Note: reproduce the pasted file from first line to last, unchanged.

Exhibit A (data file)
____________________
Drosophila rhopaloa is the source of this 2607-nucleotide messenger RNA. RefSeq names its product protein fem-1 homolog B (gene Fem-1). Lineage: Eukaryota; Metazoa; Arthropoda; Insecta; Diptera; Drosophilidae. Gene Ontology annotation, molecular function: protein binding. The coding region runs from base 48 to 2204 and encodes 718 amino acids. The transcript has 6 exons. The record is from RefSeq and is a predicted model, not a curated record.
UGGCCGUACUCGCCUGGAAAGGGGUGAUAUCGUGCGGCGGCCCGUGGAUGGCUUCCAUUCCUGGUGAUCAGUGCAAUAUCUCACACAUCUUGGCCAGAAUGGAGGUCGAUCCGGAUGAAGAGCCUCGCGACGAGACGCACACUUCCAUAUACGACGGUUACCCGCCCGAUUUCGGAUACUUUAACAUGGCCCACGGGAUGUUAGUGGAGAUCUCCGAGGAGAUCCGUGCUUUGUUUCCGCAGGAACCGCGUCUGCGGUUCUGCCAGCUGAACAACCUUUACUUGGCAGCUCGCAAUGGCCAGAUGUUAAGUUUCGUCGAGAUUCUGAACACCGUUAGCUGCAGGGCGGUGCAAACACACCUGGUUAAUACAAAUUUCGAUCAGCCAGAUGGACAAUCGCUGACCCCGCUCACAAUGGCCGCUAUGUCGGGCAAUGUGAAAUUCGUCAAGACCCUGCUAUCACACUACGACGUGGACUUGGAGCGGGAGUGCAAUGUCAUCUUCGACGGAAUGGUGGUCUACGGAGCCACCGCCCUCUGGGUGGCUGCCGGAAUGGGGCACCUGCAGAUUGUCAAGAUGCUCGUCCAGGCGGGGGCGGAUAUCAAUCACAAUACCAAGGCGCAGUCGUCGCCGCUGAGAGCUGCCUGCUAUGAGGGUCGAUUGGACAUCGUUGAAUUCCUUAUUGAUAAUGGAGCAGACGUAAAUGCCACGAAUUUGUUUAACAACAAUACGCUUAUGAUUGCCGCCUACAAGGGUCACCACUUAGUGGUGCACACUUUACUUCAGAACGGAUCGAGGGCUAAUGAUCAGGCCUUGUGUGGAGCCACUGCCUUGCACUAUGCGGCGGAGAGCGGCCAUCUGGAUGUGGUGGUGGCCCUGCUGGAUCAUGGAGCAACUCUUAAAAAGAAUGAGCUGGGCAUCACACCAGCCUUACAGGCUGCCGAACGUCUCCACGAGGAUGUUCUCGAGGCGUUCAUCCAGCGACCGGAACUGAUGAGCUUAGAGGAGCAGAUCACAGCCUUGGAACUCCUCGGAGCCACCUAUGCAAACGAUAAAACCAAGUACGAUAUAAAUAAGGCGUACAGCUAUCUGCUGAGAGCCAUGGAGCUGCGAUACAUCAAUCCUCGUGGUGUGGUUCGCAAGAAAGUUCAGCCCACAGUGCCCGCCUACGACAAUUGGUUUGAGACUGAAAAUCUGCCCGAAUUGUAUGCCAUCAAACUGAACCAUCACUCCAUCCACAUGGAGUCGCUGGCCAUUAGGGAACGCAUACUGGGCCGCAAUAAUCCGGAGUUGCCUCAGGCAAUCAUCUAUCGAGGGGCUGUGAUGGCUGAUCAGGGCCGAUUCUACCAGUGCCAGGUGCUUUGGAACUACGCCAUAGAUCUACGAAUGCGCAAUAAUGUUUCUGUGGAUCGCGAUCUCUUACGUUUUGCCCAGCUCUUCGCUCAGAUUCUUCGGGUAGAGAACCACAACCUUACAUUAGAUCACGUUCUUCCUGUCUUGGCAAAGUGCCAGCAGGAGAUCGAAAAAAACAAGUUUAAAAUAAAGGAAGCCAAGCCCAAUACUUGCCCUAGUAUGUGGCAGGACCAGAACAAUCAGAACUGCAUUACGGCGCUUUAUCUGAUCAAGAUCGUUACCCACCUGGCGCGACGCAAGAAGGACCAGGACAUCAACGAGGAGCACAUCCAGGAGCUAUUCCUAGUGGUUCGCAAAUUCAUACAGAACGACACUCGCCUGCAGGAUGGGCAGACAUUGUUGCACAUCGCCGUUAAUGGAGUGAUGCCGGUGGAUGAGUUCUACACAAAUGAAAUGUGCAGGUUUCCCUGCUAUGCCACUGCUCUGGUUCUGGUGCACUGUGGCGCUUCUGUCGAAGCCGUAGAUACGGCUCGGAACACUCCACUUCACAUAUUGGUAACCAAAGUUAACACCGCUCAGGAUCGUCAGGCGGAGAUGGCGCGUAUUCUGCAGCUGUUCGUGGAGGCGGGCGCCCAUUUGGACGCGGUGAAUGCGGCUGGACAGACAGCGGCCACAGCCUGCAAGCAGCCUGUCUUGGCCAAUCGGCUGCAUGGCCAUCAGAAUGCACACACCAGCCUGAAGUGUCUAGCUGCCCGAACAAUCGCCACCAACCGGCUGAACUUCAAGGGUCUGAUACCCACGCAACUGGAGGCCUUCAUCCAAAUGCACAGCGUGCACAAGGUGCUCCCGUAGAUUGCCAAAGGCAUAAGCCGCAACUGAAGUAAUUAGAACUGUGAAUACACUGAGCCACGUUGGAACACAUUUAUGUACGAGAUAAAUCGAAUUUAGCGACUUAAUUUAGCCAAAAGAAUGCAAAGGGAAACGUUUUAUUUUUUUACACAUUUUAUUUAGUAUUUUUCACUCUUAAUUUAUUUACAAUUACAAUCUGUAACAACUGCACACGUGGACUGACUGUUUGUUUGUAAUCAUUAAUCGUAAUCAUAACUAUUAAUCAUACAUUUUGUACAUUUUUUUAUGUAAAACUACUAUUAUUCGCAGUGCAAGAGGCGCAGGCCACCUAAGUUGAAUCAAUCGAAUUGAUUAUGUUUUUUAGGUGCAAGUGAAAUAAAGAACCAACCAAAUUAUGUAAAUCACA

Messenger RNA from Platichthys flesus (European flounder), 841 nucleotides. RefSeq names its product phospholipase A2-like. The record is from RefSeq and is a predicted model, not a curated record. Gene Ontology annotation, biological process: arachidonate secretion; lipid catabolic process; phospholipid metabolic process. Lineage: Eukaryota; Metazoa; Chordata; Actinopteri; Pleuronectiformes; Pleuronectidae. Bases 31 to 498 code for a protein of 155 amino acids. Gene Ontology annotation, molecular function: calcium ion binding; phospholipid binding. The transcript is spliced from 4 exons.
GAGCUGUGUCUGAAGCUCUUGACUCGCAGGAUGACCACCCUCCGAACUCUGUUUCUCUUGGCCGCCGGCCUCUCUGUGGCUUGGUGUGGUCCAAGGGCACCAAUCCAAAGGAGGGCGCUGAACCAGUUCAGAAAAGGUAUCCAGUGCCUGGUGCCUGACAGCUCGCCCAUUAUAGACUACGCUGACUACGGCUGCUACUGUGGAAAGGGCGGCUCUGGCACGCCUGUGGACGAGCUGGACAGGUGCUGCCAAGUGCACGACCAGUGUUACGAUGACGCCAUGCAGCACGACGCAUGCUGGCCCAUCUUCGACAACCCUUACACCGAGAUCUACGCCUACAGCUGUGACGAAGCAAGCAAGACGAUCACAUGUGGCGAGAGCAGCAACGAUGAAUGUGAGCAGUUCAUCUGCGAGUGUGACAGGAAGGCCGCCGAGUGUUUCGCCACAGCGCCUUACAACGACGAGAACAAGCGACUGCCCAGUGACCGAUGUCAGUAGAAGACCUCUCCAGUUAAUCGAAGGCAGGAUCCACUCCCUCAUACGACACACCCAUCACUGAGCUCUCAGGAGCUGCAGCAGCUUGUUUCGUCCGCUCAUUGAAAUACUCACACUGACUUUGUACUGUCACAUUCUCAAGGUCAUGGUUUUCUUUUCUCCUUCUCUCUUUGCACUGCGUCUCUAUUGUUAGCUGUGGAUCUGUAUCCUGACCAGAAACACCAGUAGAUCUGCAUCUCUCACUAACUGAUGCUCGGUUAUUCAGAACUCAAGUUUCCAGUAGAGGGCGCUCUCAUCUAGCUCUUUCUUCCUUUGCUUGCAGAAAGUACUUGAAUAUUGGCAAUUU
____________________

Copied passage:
Drosophila rhopaloa is the source of this 2607-nucleotide messenger RNA. RefSeq names its product protein fem-1 homolog B (gene Fem-1). Lineage: Eukaryota; Metazoa; Arthropoda; Insecta; Diptera; Drosophilidae. Gene Ontology annotation, molecular function: protein binding. The coding region runs from base 48 to 2204 and encodes 718 amino acids. The transcript has 6 exons. The record is from RefSeq and is a predicted model, not a curated record.
UGGCCGUACUCGCCUGGAAAGGGGUGAUAUCGUGCGGCGGCCCGUGGAUGGCUUCCAUUCCUGGUGAUCAGUGCAAUAUCUCACACAUCUUGGCCAGAAUGGAGGUCGAUCCGGAUGAAGAGCCUCGCGACGAGACGCACACUUCCAUAUACGACGGUUACCCGCCCGAUUUCGGAUACUUUAACAUGGCCCACGGGAUGUUAGUGGAGAUCUCCGAGGAGAUCCGUGCUUUGUUUCCGCAGGAACCGCGUCUGCGGUUCUGCCAGCUGAACAACCUUUACUUGGCAGCUCGCAAUGGCCAGAUGUUAAGUUUCGUCGAGAUUCUGAACACCGUUAGCUGCAGGGCGGUGCAAACACACCUGGUUAAUACAAAUUUCGAUCAGCCAGAUGGACAAUCGCUGACCCCGCUCACAAUGGCCGCUAUGUCGGGCAAUGUGAAAUUCGUCAAGACCCUGCUAUCACACUACGACGUGGACUUGGAGCGGGAGUGCAAUGUCAUCUUCGACGGAAUGGUGGUCUACGGAGCCACCGCCCUCUGGGUGGCUGCCGGAAUGGGGCACCUGCAGAUUGUCAAGAUGCUCGUCCAGGCGGGGGCGGAUAUCAAUCACAAUACCAAGGCGCAGUCGUCGCCGCUGAGAGCUGCCUGCUAUGAGGGUCGAUUGGACAUCGUUGAAUUCCUUAUUGAUAAUGGAGCAGACGUAAAUGCCACGAAUUUGUUUAACAACAAUACGCUUAUGAUUGCCGCCUACAAGGGUCACCACUUAGUGGUGCACACUUUACUUCAGAACGGAUCGAGGGCUAAUGAUCAGGCCUUGUGUGGAGCCACUGCCUUGCACUAUGCGGCGGAGAGCGGCCAUCUGGAUGUGGUGGUGGCCCUGCUGGAUCAUGGAGCAACUCUUAAAAAGAAUGAGCUGGGCAUCACACCAGCCUUACAGGCUGCCGAACGUCUCCACGAGGAUGUUCUCGAGGCGUUCAUCCAGCGACCGGAACUGAUGAGCUUAGAGGAGCAGAUCACAGCCUUGGAACUCCUCGGAGCCACCUAUGCAAACGAUAAAACCAAGUACGAUAUAAAUAAGGCGUACAGCUAUCUGCUGAGAGCCAUGGAGCUGCGAUACAUCAAUCCUCGUGGUGUGGUUCGCAAGAAAGUUCAGCCCACAGUGCCCGCCUACGACAAUUGGUUUGAGACUGAAAAUCUGCCCGAAUUGUAUGCCAUCAAACUGAACCAUCACUCCAUCCACAUGGAGUCGCUGGCCAUUAGGGAACGCAUACUGGGCCGCAAUAAUCCGGAGUUGCCUCAGGCAAUCAUCUAUCGAGGGGCUGUGAUGGCUGAUCAGGGCCGAUUCUACCAGUGCCAGGUGCUUUGGAACUACGCCAUAGAUCUACGAAUGCGCAAUAAUGUUUCUGUGGAUCGCGAUCUCUUACGUUUUGCCCAGCUCUUCGCUCAGAUUCUUCGGGUAGAGAACCACAACCUUACAUUAGAUCACGUUCUUCCUGUCUUGGCAAAGUGCCAGCAGGAGAUCGAAAAAAACAAGUUUAAAAUAAAGGAAGCCAAGCCCAAUACUUGCCCUAGUAUGUGGCAGGACCAGAACAAUCAGAACUGCAUUACGGCGCUUUAUCUGAUCAAGAUCGUUACCCACCUGGCGCGACGCAAGAAGGACCAGGACAUCAACGAGGAGCACAUCCAGGAGCUAUUCCUAGUGGUUCGCAAAUUCAUACAGAACGACACUCGCCUGCAGGAUGGGCAGACAUUGUUGCACAUCGCCGUUAAUGGAGUGAUGCCGGUGGAUGAGUUCUACACAAAUGAAAUGUGCAGGUUUCCCUGCUAUGCCACUGCUCUGGUUCUGGUGCACUGUGGCGCUUCUGUCGAAGCCGUAGAUACGGCUCGGAACACUCCACUUCACAUAUUGGUAACCAAAGUUAACACCGCUCAGGAUCGUCAGGCGGAGAUGGCGCGUAUUCUGCAGCUGUUCGUGGAGGCGGGCGCCCAUUUGGACGCGGUGAAUGCGGCUGGACAGACAGCGGCCACAGCCUGCAAGCAGCCUGUCUUGGCCAAUCGGCUGCAUGGCCAUCAGAAUGCACACACCAGCCUGAAGUGUCUAGCUGCCCGAACAAUCGCCACCAACCGGCUGAACUUCAAGGGUCUGAUACCCACGCAACUGGAGGCCUUCAUCCAAAUGCACAGCGUGCACAAGGUGCUCCCGUAGAUUGCCAAAGGCAUAAGCCGCAACUGAAGUAAUUAGAACUGUGAAUACACUGAGCCACGUUGGAACACAUUUAUGUACGAGAUAAAUCGAAUUUAGCGACUUAAUUUAGCCAAAAGAAUGCAAAGGGAAACGUUUUAUUUUUUUACACAUUUUAUUUAGUAUUUUUCACUCUUAAUUUAUUUACAAUUACAAUCUGUAACAACUGCACACGUGGACUGACUGUUUGUUUGUAAUCAUUAAUCGUAAUCAUAACUAUUAAUCAUACAUUUUGUACAUUUUUUUAUGUAAAACUACUAUUAUUCGCAGUGCAAGAGGCGCAGGCCACCUAAGUUGAAUCAAUCGAAUUGAUUAUGUUUUUUAGGUGCAAGUGAAAUAAAGAACCAACCAAAUUAUGUAAAUCACA

Messenger RNA from Platichthys flesus (European flounder), 841 nucleotides. RefSeq names its product phospholipase A2-like. The record is from RefSeq and is a predicted model, not a curated record. Gene Ontology annotation, biological process: arachidonate secretion; lipid catabolic process; phospholipid metabolic process. Lineage: Eukaryota; Metazoa; Chordata; Actinopteri; Pleuronectiformes; Pleuronectidae. Bases 31 to 498 code for a protein of 155 amino acids. Gene Ontology annotation, molecular function: calcium ion binding; phospholipid binding. The transcript is spliced from 4 exons.
GAGCUGUGUCUGAAGCUCUUGACUCGCAGGAUGACCACCCUCCGAACUCUGUUUCUCUUGGCCGCCGGCCUCUCUGUGGCUUGGUGUGGUCCAAGGGCACCAAUCCAAAGGAGGGCGCUGAACCAGUUCAGAAAAGGUAUCCAGUGCCUGGUGCCUGACAGCUCGCCCAUUAUAGACUACGCUGACUACGGCUGCUACUGUGGAAAGGGCGGCUCUGGCACGCCUGUGGACGAGCUGGACAGGUGCUGCCAAGUGCACGACCAGUGUUACGAUGACGCCAUGCAGCACGACGCAUGCUGGCCCAUCUUCGACAACCCUUACACCGAGAUCUACGCCUACAGCUGUGACGAAGCAAGCAAGACGAUCACAUGUGGCGAGAGCAGCAACGAUGAAUGUGAGCAGUUCAUCUGCGAGUGUGACAGGAAGGCCGCCGAGUGUUUCGCCACAGCGCCUUACAACGACGAGAACAAGCGACUGCCCAGUGACCGAUGUCAGUAGAAGACCUCUCCAGUUAAUCGAAGGCAGGAUCCACUCCCUCAUACGACACACCCAUCACUGAGCUCUCAGGAGCUGCAGCAGCUUGUUUCGUCCGCUCAUUGAAAUACUCACACUGACUUUGUACUGUCACAUUCUCAAGGUCAUGGUUUUCUUUUCUCCUUCUCUCUUUGCACUGCGUCUCUAUUGUUAGCUGUGGAUCUGUAUCCUGACCAGAAACACCAGUAGAUCUGCAUCUCUCACUAACUGAUGCUCGGUUAUUCAGAACUCAAGUUUCCAGUAGAGGGCGCUCUCAUCUAGCUCUUUCUUCCUUUGCUUGCAGAAAGUACUUGAAUAUUGGCAAUUU